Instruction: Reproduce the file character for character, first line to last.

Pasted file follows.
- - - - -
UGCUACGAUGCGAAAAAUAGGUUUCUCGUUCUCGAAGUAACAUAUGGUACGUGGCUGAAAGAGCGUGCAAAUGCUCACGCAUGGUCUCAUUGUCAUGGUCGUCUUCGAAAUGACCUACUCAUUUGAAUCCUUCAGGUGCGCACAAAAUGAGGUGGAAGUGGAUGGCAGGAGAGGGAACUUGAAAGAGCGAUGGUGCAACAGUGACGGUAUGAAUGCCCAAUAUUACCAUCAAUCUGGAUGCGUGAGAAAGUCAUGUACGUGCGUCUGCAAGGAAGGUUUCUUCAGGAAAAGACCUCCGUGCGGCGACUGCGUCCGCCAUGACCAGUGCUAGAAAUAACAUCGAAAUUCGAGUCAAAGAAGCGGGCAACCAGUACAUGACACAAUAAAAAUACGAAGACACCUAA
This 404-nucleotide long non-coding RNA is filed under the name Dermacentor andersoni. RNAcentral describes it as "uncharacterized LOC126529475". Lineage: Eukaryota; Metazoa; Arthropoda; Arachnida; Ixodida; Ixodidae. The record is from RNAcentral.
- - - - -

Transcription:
UGCUACGAUGCGAAAAAUAGGUUUCUCGUUCUCGAAGUAACAUAUGGUACGUGGCUGAAAGAGCGUGCAAAUGCUCACGCAUGGUCUCAUUGUCAUGGUCGUCUUCGAAAUGACCUACUCAUUUGAAUCCUUCAGGUGCGCACAAAAUGAGGUGGAAGUGGAUGGCAGGAGAGGGAACUUGAAAGAGCGAUGGUGCAACAGUGACGGUAUGAAUGCCCAAUAUUACCAUCAAUCUGGAUGCGUGAGAAAGUCAUGUACGUGCGUCUGCAAGGAAGGUUUCUUCAGGAAAAGACCUCCGUGCGGCGACUGCGUCCGCCAUGACCAGUGCUAGAAAUAACAUCGAAAUUCGAGUCAAAGAAGCGGGCAACCAGUACAUGACACAAUAAAAAUACGAAGACACCUAA
This 404-nucleotide long non-coding RNA is filed under the name Dermacentor andersoni. RNAcentral describes it as "uncharacterized LOC126529475". Lineage: Eukaryota; Metazoa; Arthropoda; Arachnida; Ixodida; Ixodidae. The record is from RNAcentral.